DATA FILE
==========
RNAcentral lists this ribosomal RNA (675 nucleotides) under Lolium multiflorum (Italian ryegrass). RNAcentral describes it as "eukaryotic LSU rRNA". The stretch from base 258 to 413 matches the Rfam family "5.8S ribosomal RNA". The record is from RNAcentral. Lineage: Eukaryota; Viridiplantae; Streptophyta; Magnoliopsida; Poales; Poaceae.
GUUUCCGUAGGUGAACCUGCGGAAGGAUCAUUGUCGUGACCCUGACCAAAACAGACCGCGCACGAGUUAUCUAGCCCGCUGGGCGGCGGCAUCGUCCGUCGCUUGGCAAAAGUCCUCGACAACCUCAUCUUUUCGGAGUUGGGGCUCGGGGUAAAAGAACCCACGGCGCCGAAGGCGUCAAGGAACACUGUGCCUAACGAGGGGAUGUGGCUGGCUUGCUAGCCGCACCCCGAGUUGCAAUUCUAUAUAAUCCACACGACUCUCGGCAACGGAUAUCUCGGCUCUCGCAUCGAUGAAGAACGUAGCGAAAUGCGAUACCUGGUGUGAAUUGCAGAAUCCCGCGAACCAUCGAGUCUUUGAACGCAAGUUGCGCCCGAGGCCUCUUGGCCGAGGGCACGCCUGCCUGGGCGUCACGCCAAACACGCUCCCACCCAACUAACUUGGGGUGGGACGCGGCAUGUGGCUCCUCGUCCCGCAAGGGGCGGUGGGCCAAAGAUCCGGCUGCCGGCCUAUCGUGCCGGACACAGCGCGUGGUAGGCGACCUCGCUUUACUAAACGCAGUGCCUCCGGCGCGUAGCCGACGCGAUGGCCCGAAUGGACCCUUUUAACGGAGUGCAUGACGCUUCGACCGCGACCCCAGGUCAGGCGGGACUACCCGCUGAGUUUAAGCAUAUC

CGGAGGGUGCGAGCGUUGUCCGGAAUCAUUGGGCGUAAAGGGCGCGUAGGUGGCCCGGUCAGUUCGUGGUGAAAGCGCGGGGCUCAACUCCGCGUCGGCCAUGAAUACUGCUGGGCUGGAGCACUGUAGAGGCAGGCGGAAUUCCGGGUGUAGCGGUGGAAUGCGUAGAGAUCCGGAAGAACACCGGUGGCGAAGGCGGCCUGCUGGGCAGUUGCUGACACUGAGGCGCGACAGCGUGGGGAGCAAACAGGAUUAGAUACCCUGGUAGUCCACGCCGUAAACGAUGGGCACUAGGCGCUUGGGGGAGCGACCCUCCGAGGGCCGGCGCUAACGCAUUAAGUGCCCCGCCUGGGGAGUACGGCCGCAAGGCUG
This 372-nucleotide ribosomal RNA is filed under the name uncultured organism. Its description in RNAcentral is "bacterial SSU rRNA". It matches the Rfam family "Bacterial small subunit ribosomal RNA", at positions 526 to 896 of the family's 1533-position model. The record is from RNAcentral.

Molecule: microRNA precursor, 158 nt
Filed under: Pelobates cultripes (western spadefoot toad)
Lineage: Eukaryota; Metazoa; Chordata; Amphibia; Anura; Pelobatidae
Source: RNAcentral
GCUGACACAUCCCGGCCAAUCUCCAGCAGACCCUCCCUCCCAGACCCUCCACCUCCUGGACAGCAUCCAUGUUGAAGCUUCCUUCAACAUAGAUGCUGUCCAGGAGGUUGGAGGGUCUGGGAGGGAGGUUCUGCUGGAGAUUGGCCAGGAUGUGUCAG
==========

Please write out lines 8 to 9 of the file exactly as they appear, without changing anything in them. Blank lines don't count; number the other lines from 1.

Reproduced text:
Source: RNAcentral
GCUGACACAUCCCGGCCAAUCUCCAGCAGACCCUCCCUCCCAGACCCUCCACCUCCUGGACAGCAUCCAUGUUGAAGCUUCCUUCAACAUAGAUGCUGUCCAGGAGGUUGGAGGGUCUGGGAGGGAGGUUCUGCUGGAGAUUGGCCAGGAUGUGUCAG